While Ms. DiBiase said she “loved the idea,” there were concerns it could turn into a safety issue — if students started to get out of their cars, or decide to come out onto the football field, too. Late Monday afternoon, Superintendent of Schools Jonathan Brice sent out a communication to parents, stating that the parade was not authorized and in violation of Gov. Gina Raimondo’s executive orders. It was a message Bristol police reiterated to Ms. Pacheco and the students who did still park their vehicles in the Dollar Tree lot that night, informing them that were was still a stay-at-home order in effect and that they should not be there congregating in their vehicles.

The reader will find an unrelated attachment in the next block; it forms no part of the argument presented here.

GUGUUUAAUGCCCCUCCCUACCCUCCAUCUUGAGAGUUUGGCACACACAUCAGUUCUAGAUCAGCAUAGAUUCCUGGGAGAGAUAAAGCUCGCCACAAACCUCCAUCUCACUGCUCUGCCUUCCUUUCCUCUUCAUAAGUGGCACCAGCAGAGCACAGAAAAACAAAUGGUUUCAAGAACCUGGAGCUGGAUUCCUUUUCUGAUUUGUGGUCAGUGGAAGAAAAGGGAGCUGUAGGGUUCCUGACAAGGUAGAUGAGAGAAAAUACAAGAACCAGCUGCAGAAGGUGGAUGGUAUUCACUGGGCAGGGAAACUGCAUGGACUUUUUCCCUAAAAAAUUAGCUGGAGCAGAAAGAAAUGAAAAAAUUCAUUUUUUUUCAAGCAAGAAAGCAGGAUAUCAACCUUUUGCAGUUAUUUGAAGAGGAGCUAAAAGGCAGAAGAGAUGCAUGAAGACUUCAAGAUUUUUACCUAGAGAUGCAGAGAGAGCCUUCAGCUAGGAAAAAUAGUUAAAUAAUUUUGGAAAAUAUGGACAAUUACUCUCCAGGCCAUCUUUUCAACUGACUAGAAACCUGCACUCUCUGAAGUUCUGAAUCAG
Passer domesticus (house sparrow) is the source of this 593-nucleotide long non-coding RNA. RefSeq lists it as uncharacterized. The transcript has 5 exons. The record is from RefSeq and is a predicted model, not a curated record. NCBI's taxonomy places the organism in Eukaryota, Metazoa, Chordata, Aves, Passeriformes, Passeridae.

“It was out of an abundance of caution for the public health and safety of our community and its citizens,” Capt. Brian Burke said.

While they may not have been able to formally gather in their vehicles beforehand, Ms. Pacheco said they were still allowed to drive past the school. Students took to Instagram to say they were currently driving around the school and encouraged them to join in. Capt. Burke said that ultimately it was a “very limited” number of vehicles that drove past the Huskies stadium, honking their horns and cheering in support.

“I think it worked out very nicely – it was definitely controlled, no one was outside of their cars, so everything was done safely,” Ms. Pacheco said.